Cut scenes look pretty and if you can overlook the many graphical blemishes, you’ll start to forget they exist once the hours go by. And my word, are there some hours in there.

Switching to handheld is an absolute blessing though. It just works. Pop-in is less noticeable and framerate appears to hold up better as far as I can tell, and the whole experience becomes far more intimate.

Committing Sudoku

To gain the biggest rewards in weaponry royalty, you’re tasked with completing optional objectives. Your mileage will vary depending on how much Musou gas your tank can hold because the fair-weather fan will likely not have the patience for the wealth of content on offer. This isn’t necessarily a bad thing; if you find the whole 1 vs 1,000 deal to be your bag than there’s a lot to do.

Strengthening your team involves the usual blend of level-grinding and gearing up. Gear can be broken down into parts which can be fused, as with the previous entry. Skill trees are present but you will find, if you enjoy mixing your team up frequently, it will feel like you’re starting over ad nauseum. You’ll need a lot of time on your hands if you plan to become a hardened veteran with more than just a small handful of characters.

WO5

The scope of content should be greatly approved, if not expected, by returning fans. It’s basically more of the same so your preferences could quickly knock my score up or down a notch depending on taste. Warriors Orochi throws out any grounded elements of the mainline games it’s riffing on and just knuckles down on the crazy. For me though, it’s just not quite crazy enough to sustain it for long playthroughs without turning to co-op, which, unfortunately requires a half-an-hour ‘tune-in’ period to accustom yourself with the jank-fest.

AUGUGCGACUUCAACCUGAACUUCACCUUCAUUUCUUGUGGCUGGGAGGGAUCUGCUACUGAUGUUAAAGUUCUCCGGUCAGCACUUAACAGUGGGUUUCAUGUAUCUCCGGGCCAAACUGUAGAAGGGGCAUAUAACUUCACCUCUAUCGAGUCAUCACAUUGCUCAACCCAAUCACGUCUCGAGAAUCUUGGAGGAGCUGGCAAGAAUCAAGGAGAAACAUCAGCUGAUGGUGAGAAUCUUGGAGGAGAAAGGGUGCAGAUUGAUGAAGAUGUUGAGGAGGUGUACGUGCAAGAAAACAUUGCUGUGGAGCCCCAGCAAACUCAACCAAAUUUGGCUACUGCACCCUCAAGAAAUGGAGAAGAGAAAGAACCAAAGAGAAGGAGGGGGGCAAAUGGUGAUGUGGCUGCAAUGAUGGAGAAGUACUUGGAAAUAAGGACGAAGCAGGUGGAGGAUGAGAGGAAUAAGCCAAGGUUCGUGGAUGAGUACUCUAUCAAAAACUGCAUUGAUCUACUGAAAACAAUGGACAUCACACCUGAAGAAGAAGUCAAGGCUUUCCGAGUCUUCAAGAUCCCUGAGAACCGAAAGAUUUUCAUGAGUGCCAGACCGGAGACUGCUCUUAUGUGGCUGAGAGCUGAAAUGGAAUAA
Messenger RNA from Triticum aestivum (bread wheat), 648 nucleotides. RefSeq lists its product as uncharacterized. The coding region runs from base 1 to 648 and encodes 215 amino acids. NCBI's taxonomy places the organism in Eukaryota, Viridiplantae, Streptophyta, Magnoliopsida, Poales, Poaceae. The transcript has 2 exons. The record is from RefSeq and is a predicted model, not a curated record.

I love the setting, I love the character’s ornate clothing and I love the fast-paced button mashing spectacle of the whole franchise but I’d be lying if I said it felt refreshed or upgraded. I do, however, find it almost cathartic to watch hoard after hoard fall while building up ludicrous KO counts.
WO7

Age Appropriate


After handing the controllers over to my wife and 5-year-old daughter, I sat to observe the chaos for a while. Moves are suitably over the top, the crowds are as large as ever but holy moly, does this game run terribly in split screen. You must realistically accept a sizeable drop in fidelity and performance, especially from a game with this many enemies. However, on the Switch, Warriors Orochi 4 handles split screen as smoothly as rubbing sandpaper on gravel with a glove caked in grit. It’s bad. Thing is, I still think it’s the most fun way to play, 15fps and all (I’m mostly exaggerating). There’s something inherently cool about the communication breaking down to ‘YOU GO THAT WAY, I’LL GO THIS WAY’, while entirely ignoring what you’re being asked to do just so can you continue to wail on the 100s of lemmings waddling around, to enable you to beat your partner’s KO count.

WO6

Choice Quotes

“Mummy, I don’t understand’, “you don’t need to understand, just FIGHT!”
“Where are all these baddies coming from?”
“I think it’s really cool because you can fight on the horse and it’s impossible to fight on a horse”.

My daughter’s verdict? Well, she thinks it’s good. She enjoyed playing as ‘the big guy’ (Tadakatsu Honda). Awwww.

Verdict:

Graphics & Presentation: 2.5
Sound: 2.5
Gameplay: 4

Overall Score: 3/5

There’s technically a lot to pull apart but you don’t really need to if you’re already taken by the series. Because it’s more Musou on Switch. And it has online play. And it’s damn fun. And it’s portable. And the spells are cool. And…

Formats: Nintendo Switch (reviewed), PS4, Xbox One, PC
Price: £54.99 (Switch eShop)
Publisher: Koei Tecmo Europe Ltd
Developer: Omega Force

Release Date: 19/10/2018 (Switch eShop)
Age Rating: 12

Review copy provided by publisher